A major advance in treating the kidney failure of end-stage kidney disease is the ability to undergo dialysis–the treatment that removes waste and excess fluid from the blood–at home rather than at a hospital or other outside facility. However, a downside to this development is that a home-dialysis patient is less likely to be seen by a rehabilitation specialist who can evaluate whether he or she would benefit from physical therapy.
In virtually all cases, patients benefit from such a program because over time, long periods of immobility lead to loss of strength and function. Physical therapy, especially targeted strengthening and balance activities, can significantly limit those side effects, breaking what might otherwise become a cycle of debilitation or deconditioning, whereby the patient does not feel well, becomes inactive, grows weaker and can do even less, leading to more inactivity.
Physical therapy services can be rendered at home or elsewhere; the location depends on one’s individual situation. If a program involving relatively simple equipment such as elastic resistance bands is all that is required, home sessions can be quite convenient. However, because using the wider variety of equipment at an outside physical therapy facility could hasten progress, rehabilitation at a physical therapy facility might be a better option.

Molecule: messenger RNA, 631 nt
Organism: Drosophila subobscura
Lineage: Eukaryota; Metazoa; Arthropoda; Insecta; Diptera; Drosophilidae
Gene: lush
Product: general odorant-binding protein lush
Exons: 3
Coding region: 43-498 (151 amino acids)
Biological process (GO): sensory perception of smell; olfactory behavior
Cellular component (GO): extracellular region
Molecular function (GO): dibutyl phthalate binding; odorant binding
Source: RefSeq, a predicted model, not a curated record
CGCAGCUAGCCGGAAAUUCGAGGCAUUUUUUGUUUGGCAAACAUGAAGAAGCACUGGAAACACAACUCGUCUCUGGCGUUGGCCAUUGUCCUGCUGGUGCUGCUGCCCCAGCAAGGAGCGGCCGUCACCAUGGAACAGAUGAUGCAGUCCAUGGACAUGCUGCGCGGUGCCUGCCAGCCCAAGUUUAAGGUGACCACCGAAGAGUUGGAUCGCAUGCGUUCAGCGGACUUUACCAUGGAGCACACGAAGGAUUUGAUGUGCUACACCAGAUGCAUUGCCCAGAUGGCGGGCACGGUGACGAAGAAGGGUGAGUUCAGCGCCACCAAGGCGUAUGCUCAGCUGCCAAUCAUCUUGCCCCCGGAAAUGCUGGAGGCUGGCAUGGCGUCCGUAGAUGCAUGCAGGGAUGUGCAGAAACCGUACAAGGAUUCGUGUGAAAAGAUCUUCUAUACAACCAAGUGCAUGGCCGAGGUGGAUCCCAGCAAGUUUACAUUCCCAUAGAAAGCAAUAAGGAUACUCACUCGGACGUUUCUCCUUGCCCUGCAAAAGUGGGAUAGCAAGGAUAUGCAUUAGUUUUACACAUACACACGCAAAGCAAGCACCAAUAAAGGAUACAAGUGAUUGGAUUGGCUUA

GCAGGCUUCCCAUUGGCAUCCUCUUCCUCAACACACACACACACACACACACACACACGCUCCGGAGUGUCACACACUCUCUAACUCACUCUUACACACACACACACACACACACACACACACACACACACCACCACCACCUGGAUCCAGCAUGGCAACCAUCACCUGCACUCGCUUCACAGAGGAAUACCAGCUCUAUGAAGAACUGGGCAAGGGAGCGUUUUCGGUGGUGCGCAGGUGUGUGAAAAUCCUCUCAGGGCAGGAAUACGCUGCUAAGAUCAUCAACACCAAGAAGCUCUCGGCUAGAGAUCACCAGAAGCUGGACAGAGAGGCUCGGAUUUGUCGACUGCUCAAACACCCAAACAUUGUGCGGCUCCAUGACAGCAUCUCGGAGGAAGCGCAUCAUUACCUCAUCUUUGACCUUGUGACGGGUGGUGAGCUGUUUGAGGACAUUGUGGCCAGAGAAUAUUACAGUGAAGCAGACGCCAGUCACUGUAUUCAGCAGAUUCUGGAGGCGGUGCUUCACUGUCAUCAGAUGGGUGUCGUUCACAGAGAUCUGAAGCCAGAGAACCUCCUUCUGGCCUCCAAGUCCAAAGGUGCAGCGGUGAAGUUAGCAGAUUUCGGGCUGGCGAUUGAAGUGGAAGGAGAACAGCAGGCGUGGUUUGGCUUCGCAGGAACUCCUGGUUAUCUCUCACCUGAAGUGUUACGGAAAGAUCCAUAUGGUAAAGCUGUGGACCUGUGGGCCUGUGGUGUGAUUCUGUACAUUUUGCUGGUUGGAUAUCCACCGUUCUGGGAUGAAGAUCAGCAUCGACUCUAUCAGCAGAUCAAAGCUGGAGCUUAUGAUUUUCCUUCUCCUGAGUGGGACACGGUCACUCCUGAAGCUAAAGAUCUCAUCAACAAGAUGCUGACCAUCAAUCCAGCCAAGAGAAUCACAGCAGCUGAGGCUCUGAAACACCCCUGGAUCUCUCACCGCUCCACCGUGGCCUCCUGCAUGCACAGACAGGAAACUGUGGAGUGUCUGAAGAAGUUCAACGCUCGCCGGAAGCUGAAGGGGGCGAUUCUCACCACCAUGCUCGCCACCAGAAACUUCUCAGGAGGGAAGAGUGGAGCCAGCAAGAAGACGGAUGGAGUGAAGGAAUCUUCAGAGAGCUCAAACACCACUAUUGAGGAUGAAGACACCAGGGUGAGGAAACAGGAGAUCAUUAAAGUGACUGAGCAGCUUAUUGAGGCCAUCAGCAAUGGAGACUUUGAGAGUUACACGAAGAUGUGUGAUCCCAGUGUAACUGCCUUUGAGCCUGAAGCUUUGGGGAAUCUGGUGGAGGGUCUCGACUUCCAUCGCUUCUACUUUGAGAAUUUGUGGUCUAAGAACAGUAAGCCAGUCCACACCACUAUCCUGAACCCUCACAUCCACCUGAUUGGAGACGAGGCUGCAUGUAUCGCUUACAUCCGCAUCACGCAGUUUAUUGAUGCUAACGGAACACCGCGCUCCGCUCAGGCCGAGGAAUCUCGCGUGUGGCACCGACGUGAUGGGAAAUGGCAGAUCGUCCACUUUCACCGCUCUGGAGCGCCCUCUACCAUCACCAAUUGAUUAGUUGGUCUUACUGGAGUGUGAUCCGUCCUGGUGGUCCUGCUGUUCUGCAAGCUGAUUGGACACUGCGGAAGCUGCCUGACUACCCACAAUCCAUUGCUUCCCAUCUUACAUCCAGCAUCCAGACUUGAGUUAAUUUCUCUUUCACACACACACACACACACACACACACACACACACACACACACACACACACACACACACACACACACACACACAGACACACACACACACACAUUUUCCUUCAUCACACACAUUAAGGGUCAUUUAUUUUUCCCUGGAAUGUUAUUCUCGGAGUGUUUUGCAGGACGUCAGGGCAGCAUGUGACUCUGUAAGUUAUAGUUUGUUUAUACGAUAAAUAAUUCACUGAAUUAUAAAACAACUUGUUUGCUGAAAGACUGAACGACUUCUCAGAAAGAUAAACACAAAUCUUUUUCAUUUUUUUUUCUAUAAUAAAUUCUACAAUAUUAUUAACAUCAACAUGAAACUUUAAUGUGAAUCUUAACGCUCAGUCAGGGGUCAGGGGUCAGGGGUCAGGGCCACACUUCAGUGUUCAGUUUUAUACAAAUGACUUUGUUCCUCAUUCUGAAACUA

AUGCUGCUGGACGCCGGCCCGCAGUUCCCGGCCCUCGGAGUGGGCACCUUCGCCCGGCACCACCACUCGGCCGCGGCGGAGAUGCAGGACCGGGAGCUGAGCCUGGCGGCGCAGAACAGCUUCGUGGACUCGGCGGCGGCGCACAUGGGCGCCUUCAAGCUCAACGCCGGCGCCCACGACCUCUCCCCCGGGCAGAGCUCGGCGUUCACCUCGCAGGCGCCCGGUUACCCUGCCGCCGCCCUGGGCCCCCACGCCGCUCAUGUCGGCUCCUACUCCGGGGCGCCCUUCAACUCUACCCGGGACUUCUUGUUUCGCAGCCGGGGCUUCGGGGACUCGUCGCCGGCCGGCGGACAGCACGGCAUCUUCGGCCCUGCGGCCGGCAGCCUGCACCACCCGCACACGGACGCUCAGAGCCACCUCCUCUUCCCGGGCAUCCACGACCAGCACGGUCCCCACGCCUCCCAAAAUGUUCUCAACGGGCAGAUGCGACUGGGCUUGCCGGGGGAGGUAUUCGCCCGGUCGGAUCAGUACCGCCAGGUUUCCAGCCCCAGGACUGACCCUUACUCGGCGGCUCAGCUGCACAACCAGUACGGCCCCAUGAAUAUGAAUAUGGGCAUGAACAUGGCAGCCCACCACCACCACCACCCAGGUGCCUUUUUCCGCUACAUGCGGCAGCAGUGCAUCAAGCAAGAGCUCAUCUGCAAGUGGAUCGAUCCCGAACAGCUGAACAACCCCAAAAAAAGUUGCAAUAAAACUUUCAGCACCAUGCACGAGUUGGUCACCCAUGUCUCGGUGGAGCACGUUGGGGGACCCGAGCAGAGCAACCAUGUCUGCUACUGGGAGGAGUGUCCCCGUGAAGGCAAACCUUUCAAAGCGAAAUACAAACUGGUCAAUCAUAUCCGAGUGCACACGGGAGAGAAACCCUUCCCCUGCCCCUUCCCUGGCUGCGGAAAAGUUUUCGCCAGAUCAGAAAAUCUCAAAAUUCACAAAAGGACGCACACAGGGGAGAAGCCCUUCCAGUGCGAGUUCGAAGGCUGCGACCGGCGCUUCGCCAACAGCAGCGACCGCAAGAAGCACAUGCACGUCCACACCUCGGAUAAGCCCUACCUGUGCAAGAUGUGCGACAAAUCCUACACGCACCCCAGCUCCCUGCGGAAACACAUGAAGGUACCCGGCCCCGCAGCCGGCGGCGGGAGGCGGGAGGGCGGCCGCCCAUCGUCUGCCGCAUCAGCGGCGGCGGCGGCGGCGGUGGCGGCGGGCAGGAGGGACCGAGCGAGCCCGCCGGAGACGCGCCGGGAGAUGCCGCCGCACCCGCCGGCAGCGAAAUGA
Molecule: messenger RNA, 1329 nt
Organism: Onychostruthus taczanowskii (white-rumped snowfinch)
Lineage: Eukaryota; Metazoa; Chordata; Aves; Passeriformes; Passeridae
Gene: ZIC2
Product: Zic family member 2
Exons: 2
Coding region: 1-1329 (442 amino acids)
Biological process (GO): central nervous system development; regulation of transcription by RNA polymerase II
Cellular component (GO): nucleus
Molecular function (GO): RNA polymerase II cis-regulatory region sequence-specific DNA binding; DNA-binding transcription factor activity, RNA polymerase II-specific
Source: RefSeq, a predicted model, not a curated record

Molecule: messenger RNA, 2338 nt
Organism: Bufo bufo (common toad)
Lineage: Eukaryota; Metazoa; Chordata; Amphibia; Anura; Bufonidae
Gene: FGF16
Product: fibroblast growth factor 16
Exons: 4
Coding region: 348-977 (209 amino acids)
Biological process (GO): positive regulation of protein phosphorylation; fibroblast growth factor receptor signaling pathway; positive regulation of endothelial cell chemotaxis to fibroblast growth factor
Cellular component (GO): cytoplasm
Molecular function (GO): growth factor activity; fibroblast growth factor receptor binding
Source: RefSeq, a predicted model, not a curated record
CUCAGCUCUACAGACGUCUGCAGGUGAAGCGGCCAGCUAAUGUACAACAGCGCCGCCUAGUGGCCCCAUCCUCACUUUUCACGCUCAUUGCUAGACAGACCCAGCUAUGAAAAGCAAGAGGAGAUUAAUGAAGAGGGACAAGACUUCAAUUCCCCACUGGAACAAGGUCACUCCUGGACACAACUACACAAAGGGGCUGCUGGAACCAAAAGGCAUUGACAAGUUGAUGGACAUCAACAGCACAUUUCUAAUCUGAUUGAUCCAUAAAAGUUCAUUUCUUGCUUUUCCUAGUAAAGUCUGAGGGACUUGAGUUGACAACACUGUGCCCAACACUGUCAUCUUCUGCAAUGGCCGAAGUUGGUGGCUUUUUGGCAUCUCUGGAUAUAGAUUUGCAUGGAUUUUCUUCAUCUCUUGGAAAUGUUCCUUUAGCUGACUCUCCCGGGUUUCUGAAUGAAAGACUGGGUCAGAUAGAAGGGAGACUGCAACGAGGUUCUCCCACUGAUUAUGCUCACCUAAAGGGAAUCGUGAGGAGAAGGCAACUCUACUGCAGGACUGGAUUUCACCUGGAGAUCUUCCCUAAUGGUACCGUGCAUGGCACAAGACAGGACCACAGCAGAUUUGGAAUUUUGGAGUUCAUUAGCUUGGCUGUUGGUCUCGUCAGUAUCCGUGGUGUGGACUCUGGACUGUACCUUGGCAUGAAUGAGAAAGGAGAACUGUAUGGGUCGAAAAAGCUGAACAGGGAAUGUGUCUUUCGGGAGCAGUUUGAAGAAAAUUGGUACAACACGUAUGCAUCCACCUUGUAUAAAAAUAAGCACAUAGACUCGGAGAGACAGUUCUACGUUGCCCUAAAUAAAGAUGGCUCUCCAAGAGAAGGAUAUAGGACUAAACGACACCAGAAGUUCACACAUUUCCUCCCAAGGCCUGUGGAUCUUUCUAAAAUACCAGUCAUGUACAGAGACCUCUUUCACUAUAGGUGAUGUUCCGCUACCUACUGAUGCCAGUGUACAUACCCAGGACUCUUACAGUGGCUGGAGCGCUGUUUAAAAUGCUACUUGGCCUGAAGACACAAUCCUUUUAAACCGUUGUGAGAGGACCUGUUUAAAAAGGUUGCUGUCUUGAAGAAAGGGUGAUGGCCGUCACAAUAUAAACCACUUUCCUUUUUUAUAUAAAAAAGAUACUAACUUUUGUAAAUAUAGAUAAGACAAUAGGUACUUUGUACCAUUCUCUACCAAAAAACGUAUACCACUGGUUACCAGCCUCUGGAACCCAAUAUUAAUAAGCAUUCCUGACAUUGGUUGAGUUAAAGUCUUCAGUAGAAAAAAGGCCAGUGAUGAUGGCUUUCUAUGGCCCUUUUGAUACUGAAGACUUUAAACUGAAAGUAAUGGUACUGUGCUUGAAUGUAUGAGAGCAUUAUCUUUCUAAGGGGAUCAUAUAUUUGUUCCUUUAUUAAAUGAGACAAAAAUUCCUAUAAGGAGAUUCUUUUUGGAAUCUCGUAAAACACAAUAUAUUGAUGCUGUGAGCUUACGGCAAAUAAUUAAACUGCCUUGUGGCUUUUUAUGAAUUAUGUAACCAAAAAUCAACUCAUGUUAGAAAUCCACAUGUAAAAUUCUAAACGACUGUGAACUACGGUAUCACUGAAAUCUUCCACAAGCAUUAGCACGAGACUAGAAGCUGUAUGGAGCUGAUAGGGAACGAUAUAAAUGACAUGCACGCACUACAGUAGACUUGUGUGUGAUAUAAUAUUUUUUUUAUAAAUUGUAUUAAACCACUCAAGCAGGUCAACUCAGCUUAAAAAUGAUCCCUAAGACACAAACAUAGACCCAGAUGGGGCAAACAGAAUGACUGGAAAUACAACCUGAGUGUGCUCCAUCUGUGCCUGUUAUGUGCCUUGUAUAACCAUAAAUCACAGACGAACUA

Every dialysis patient should exercise to the degree that he or she can (with the physician’s permission), understanding that setting goals can help greatly in making progress. Each session should include a very light warm-up and cool-down, with the bulk of the exercise–walking, riding a stationary bike, rowing–in between. The central conditioning workout can last only a few minutes, at first, but as the weeks pass, it should become easier to add time until the session lasts about a half-hour, with 5- to 10-minute warm-ups and cool-downs.
Whether you are about to undergo or are undergoing dialysis, we can design a program to help you avoid the side effects inherent in the immobility that often accompanies the procedure. This way, you can break the cycle of debilitation and feel more like yourself once again.